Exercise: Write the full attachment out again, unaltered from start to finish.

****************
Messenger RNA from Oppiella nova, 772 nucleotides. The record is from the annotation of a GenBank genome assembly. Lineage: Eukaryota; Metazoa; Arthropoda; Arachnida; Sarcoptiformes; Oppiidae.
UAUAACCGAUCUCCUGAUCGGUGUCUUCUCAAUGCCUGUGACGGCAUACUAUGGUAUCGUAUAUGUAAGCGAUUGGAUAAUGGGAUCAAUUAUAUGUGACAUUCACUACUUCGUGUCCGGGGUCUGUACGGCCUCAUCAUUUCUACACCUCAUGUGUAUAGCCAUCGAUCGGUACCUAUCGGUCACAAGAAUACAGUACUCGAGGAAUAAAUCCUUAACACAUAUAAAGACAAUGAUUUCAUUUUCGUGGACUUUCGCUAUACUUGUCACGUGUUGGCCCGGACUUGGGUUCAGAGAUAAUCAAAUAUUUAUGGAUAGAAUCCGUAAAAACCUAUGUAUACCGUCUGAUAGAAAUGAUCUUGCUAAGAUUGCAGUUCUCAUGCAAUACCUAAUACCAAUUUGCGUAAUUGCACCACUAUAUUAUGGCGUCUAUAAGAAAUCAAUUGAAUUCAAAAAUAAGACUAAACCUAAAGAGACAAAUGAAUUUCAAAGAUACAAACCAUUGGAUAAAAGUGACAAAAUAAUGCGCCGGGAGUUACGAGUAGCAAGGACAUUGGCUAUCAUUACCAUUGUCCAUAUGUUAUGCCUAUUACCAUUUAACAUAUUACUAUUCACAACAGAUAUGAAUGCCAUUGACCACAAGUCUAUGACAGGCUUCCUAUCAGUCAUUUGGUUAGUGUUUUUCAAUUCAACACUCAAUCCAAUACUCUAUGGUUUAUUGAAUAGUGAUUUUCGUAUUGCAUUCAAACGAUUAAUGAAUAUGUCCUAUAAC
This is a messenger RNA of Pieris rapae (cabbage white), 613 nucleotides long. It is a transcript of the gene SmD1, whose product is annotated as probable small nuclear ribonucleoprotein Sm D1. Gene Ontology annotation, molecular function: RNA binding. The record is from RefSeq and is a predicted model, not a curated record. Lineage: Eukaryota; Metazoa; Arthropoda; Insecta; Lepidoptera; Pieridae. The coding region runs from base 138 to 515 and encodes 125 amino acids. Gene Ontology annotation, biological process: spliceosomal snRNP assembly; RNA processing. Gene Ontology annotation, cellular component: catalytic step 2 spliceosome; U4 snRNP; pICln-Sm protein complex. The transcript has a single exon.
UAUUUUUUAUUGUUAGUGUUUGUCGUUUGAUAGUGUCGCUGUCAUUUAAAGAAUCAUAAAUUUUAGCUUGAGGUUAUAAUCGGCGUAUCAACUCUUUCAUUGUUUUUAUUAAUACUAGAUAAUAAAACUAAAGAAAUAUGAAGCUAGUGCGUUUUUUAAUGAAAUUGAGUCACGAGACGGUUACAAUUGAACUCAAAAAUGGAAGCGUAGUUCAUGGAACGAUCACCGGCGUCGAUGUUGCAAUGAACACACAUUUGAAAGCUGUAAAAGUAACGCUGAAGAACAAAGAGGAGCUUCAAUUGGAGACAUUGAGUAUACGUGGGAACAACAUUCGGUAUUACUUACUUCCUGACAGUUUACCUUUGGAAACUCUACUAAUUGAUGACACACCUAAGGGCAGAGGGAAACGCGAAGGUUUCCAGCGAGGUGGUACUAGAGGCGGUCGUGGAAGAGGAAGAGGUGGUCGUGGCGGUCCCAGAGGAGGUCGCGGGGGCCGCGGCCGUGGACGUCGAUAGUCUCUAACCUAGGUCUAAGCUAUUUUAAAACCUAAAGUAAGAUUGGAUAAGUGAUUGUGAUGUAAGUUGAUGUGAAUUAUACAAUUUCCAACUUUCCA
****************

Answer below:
Messenger RNA from Oppiella nova, 772 nucleotides. The record is from the annotation of a GenBank genome assembly. Lineage: Eukaryota; Metazoa; Arthropoda; Arachnida; Sarcoptiformes; Oppiidae.
UAUAACCGAUCUCCUGAUCGGUGUCUUCUCAAUGCCUGUGACGGCAUACUAUGGUAUCGUAUAUGUAAGCGAUUGGAUAAUGGGAUCAAUUAUAUGUGACAUUCACUACUUCGUGUCCGGGGUCUGUACGGCCUCAUCAUUUCUACACCUCAUGUGUAUAGCCAUCGAUCGGUACCUAUCGGUCACAAGAAUACAGUACUCGAGGAAUAAAUCCUUAACACAUAUAAAGACAAUGAUUUCAUUUUCGUGGACUUUCGCUAUACUUGUCACGUGUUGGCCCGGACUUGGGUUCAGAGAUAAUCAAAUAUUUAUGGAUAGAAUCCGUAAAAACCUAUGUAUACCGUCUGAUAGAAAUGAUCUUGCUAAGAUUGCAGUUCUCAUGCAAUACCUAAUACCAAUUUGCGUAAUUGCACCACUAUAUUAUGGCGUCUAUAAGAAAUCAAUUGAAUUCAAAAAUAAGACUAAACCUAAAGAGACAAAUGAAUUUCAAAGAUACAAACCAUUGGAUAAAAGUGACAAAAUAAUGCGCCGGGAGUUACGAGUAGCAAGGACAUUGGCUAUCAUUACCAUUGUCCAUAUGUUAUGCCUAUUACCAUUUAACAUAUUACUAUUCACAACAGAUAUGAAUGCCAUUGACCACAAGUCUAUGACAGGCUUCCUAUCAGUCAUUUGGUUAGUGUUUUUCAAUUCAACACUCAAUCCAAUACUCUAUGGUUUAUUGAAUAGUGAUUUUCGUAUUGCAUUCAAACGAUUAAUGAAUAUGUCCUAUAAC
This is a messenger RNA of Pieris rapae (cabbage white), 613 nucleotides long. It is a transcript of the gene SmD1, whose product is annotated as probable small nuclear ribonucleoprotein Sm D1. Gene Ontology annotation, molecular function: RNA binding. The record is from RefSeq and is a predicted model, not a curated record. Lineage: Eukaryota; Metazoa; Arthropoda; Insecta; Lepidoptera; Pieridae. The coding region runs from base 138 to 515 and encodes 125 amino acids. Gene Ontology annotation, biological process: spliceosomal snRNP assembly; RNA processing. Gene Ontology annotation, cellular component: catalytic step 2 spliceosome; U4 snRNP; pICln-Sm protein complex. The transcript has a single exon.
UAUUUUUUAUUGUUAGUGUUUGUCGUUUGAUAGUGUCGCUGUCAUUUAAAGAAUCAUAAAUUUUAGCUUGAGGUUAUAAUCGGCGUAUCAACUCUUUCAUUGUUUUUAUUAAUACUAGAUAAUAAAACUAAAGAAAUAUGAAGCUAGUGCGUUUUUUAAUGAAAUUGAGUCACGAGACGGUUACAAUUGAACUCAAAAAUGGAAGCGUAGUUCAUGGAACGAUCACCGGCGUCGAUGUUGCAAUGAACACACAUUUGAAAGCUGUAAAAGUAACGCUGAAGAACAAAGAGGAGCUUCAAUUGGAGACAUUGAGUAUACGUGGGAACAACAUUCGGUAUUACUUACUUCCUGACAGUUUACCUUUGGAAACUCUACUAAUUGAUGACACACCUAAGGGCAGAGGGAAACGCGAAGGUUUCCAGCGAGGUGGUACUAGAGGCGGUCGUGGAAGAGGAAGAGGUGGUCGUGGCGGUCCCAGAGGAGGUCGCGGGGGCCGCGGCCGUGGACGUCGAUAGUCUCUAACCUAGGUCUAAGCUAUUUUAAAACCUAAAGUAAGAUUGGAUAAGUGAUUGUGAUGUAAGUUGAUGUGAAUUAUACAAUUUCCAACUUUCCA